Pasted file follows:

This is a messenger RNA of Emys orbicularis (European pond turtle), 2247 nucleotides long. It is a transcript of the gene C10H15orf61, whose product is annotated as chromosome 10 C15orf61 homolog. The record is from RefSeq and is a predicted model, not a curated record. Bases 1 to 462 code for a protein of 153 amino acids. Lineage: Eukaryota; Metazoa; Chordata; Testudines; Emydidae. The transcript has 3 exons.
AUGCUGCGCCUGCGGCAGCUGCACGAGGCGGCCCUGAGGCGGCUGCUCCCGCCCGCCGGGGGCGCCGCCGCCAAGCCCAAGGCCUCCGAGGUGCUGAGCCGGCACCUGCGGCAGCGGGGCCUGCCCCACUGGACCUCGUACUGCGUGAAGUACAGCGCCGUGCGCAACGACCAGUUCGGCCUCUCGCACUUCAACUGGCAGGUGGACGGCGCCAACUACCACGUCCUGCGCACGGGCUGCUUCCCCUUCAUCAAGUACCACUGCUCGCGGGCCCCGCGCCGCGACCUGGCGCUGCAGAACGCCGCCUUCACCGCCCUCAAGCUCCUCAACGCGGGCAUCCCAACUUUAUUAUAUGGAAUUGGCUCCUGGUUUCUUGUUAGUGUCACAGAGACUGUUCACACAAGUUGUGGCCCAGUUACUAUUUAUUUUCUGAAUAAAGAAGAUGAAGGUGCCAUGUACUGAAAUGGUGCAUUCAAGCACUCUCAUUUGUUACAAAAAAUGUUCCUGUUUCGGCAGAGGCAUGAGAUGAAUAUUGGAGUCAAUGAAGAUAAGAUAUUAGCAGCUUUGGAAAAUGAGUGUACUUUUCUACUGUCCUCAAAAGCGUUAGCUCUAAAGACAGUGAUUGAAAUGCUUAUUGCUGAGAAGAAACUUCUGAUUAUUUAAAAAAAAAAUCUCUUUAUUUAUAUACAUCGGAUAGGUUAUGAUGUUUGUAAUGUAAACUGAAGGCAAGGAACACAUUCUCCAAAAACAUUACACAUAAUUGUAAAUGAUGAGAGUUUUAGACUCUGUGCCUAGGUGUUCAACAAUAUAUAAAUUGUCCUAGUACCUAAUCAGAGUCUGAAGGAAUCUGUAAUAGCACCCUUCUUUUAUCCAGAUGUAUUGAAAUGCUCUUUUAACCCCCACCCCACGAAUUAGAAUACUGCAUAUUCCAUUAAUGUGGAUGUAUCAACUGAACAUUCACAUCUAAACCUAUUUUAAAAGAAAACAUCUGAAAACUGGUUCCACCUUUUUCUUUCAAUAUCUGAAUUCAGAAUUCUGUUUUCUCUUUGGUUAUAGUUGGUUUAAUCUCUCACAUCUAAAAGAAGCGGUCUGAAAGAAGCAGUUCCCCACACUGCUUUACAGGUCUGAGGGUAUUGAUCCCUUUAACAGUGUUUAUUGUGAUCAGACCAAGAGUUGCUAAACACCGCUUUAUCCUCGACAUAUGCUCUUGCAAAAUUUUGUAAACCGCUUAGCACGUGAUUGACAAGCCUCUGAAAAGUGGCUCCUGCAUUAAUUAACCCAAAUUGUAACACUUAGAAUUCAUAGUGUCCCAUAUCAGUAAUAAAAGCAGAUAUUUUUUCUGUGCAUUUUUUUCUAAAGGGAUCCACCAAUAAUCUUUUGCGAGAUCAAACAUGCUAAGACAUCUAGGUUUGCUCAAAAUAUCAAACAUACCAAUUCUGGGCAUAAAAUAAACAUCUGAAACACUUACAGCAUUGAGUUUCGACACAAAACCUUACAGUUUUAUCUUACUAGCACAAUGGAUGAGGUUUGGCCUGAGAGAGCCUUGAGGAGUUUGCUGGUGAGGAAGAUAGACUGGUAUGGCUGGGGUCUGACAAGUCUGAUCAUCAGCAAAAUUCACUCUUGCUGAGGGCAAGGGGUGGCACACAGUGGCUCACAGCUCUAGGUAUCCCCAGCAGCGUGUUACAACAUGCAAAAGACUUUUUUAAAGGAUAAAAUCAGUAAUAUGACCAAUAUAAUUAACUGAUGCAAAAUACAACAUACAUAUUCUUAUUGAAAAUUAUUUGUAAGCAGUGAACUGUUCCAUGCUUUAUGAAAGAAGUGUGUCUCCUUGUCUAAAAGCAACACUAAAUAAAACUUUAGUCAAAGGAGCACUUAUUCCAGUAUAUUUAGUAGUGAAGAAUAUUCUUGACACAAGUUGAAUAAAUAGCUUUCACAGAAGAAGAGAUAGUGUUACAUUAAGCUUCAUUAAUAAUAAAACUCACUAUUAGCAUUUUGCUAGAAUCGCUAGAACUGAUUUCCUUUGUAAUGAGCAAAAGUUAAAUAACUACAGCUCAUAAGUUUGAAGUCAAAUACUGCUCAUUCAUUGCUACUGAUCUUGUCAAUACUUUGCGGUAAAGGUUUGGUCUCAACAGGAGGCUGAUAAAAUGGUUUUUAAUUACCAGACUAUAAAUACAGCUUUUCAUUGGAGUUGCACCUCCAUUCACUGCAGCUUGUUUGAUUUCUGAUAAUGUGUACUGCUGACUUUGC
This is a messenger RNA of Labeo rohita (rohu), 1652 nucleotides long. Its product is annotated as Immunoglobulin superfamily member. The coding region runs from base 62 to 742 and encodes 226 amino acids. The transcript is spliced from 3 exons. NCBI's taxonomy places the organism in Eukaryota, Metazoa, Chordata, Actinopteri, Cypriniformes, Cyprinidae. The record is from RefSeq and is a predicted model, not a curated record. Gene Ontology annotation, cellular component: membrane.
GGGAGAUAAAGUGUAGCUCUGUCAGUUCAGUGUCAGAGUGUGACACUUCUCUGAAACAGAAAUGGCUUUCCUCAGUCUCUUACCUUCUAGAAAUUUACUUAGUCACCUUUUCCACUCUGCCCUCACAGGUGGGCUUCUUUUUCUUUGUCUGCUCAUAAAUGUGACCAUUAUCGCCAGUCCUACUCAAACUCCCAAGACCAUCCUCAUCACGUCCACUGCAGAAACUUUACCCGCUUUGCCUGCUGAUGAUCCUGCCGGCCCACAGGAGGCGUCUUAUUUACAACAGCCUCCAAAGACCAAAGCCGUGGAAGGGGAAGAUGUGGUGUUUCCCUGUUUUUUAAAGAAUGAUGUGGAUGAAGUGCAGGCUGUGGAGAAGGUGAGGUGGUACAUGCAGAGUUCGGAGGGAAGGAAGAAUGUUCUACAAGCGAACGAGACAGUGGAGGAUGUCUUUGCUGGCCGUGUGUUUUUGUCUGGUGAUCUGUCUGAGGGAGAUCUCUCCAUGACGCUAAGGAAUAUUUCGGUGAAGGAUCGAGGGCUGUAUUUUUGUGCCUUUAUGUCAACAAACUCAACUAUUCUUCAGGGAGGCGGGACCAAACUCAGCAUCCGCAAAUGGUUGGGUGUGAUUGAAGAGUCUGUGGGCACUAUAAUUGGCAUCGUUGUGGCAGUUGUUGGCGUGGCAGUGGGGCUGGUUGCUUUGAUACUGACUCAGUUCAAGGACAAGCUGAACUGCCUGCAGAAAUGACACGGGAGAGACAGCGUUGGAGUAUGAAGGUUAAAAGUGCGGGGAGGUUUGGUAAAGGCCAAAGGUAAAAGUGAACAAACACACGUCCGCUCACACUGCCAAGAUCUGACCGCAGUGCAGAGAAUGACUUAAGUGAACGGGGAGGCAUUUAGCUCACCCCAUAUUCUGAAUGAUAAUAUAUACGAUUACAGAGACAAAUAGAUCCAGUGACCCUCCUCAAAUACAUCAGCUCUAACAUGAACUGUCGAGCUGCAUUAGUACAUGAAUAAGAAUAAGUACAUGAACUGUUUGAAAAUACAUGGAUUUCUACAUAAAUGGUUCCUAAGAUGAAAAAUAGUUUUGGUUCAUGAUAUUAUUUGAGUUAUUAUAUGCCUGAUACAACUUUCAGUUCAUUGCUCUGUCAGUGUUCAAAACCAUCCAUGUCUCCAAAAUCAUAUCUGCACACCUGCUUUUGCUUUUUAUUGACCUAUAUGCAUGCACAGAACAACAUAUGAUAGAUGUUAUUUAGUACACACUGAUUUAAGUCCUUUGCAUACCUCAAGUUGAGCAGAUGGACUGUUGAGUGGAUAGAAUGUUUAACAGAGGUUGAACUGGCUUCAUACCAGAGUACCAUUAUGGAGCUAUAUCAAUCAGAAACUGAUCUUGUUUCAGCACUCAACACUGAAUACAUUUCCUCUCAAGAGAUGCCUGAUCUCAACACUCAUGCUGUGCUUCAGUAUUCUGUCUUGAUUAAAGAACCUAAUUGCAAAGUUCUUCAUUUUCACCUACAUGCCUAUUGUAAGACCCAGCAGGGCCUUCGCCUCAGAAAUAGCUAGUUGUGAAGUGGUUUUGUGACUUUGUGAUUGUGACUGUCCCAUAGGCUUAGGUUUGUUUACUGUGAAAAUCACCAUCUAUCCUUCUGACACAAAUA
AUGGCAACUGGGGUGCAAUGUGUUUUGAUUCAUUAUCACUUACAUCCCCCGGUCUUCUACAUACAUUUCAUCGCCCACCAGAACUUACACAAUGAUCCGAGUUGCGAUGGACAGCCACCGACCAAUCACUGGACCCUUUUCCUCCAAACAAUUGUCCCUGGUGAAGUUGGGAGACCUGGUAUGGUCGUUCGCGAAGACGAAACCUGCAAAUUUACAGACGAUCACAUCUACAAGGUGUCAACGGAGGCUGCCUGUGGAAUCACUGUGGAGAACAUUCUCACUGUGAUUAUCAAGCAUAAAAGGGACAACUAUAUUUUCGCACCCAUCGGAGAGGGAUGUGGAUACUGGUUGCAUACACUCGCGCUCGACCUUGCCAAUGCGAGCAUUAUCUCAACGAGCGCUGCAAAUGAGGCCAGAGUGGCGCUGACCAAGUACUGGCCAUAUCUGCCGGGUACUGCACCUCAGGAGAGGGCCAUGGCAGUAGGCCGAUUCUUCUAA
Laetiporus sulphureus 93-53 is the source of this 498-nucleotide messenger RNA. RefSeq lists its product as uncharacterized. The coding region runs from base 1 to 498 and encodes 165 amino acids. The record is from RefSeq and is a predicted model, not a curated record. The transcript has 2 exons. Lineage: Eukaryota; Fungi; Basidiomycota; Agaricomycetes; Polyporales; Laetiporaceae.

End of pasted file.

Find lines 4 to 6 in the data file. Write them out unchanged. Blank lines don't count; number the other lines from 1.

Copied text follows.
GGGAGAUAAAGUGUAGCUCUGUCAGUUCAGUGUCAGAGUGUGACACUUCUCUGAAACAGAAAUGGCUUUCCUCAGUCUCUUACCUUCUAGAAAUUUACUUAGUCACCUUUUCCACUCUGCCCUCACAGGUGGGCUUCUUUUUCUUUGUCUGCUCAUAAAUGUGACCAUUAUCGCCAGUCCUACUCAAACUCCCAAGACCAUCCUCAUCACGUCCACUGCAGAAACUUUACCCGCUUUGCCUGCUGAUGAUCCUGCCGGCCCACAGGAGGCGUCUUAUUUACAACAGCCUCCAAAGACCAAAGCCGUGGAAGGGGAAGAUGUGGUGUUUCCCUGUUUUUUAAAGAAUGAUGUGGAUGAAGUGCAGGCUGUGGAGAAGGUGAGGUGGUACAUGCAGAGUUCGGAGGGAAGGAAGAAUGUUCUACAAGCGAACGAGACAGUGGAGGAUGUCUUUGCUGGCCGUGUGUUUUUGUCUGGUGAUCUGUCUGAGGGAGAUCUCUCCAUGACGCUAAGGAAUAUUUCGGUGAAGGAUCGAGGGCUGUAUUUUUGUGCCUUUAUGUCAACAAACUCAACUAUUCUUCAGGGAGGCGGGACCAAACUCAGCAUCCGCAAAUGGUUGGGUGUGAUUGAAGAGUCUGUGGGCACUAUAAUUGGCAUCGUUGUGGCAGUUGUUGGCGUGGCAGUGGGGCUGGUUGCUUUGAUACUGACUCAGUUCAAGGACAAGCUGAACUGCCUGCAGAAAUGACACGGGAGAGACAGCGUUGGAGUAUGAAGGUUAAAAGUGCGGGGAGGUUUGGUAAAGGCCAAAGGUAAAAGUGAACAAACACACGUCCGCUCACACUGCCAAGAUCUGACCGCAGUGCAGAGAAUGACUUAAGUGAACGGGGAGGCAUUUAGCUCACCCCAUAUUCUGAAUGAUAAUAUAUACGAUUACAGAGACAAAUAGAUCCAGUGACCCUCCUCAAAUACAUCAGCUCUAACAUGAACUGUCGAGCUGCAUUAGUACAUGAAUAAGAAUAAGUACAUGAACUGUUUGAAAAUACAUGGAUUUCUACAUAAAUGGUUCCUAAGAUGAAAAAUAGUUUUGGUUCAUGAUAUUAUUUGAGUUAUUAUAUGCCUGAUACAACUUUCAGUUCAUUGCUCUGUCAGUGUUCAAAACCAUCCAUGUCUCCAAAAUCAUAUCUGCACACCUGCUUUUGCUUUUUAUUGACCUAUAUGCAUGCACAGAACAACAUAUGAUAGAUGUUAUUUAGUACACACUGAUUUAAGUCCUUUGCAUACCUCAAGUUGAGCAGAUGGACUGUUGAGUGGAUAGAAUGUUUAACAGAGGUUGAACUGGCUUCAUACCAGAGUACCAUUAUGGAGCUAUAUCAAUCAGAAACUGAUCUUGUUUCAGCACUCAACACUGAAUACAUUUCCUCUCAAGAGAUGCCUGAUCUCAACACUCAUGCUGUGCUUCAGUAUUCUGUCUUGAUUAAAGAACCUAAUUGCAAAGUUCUUCAUUUUCACCUACAUGCCUAUUGUAAGACCCAGCAGGGCCUUCGCCUCAGAAAUAGCUAGUUGUGAAGUGGUUUUGUGACUUUGUGAUUGUGACUGUCCCAUAGGCUUAGGUUUGUUUACUGUGAAAAUCACCAUCUAUCCUUCUGACACAAAUA
AUGGCAACUGGGGUGCAAUGUGUUUUGAUUCAUUAUCACUUACAUCCCCCGGUCUUCUACAUACAUUUCAUCGCCCACCAGAACUUACACAAUGAUCCGAGUUGCGAUGGACAGCCACCGACCAAUCACUGGACCCUUUUCCUCCAAACAAUUGUCCCUGGUGAAGUUGGGAGACCUGGUAUGGUCGUUCGCGAAGACGAAACCUGCAAAUUUACAGACGAUCACAUCUACAAGGUGUCAACGGAGGCUGCCUGUGGAAUCACUGUGGAGAACAUUCUCACUGUGAUUAUCAAGCAUAAAAGGGACAACUAUAUUUUCGCACCCAUCGGAGAGGGAUGUGGAUACUGGUUGCAUACACUCGCGCUCGACCUUGCCAAUGCGAGCAUUAUCUCAACGAGCGCUGCAAAUGAGGCCAGAGUGGCGCUGACCAAGUACUGGCCAUAUCUGCCGGGUACUGCACCUCAGGAGAGGGCCAUGGCAGUAGGCCGAUUCUUCUAA
Laetiporus sulphureus 93-53 is the source of this 498-nucleotide messenger RNA. RefSeq lists its product as uncharacterized. The coding region runs from base 1 to 498 and encodes 165 amino acids. The record is from RefSeq and is a predicted model, not a curated record. The transcript has 2 exons. Lineage: Eukaryota; Fungi; Basidiomycota; Agaricomycetes; Polyporales; Laetiporaceae.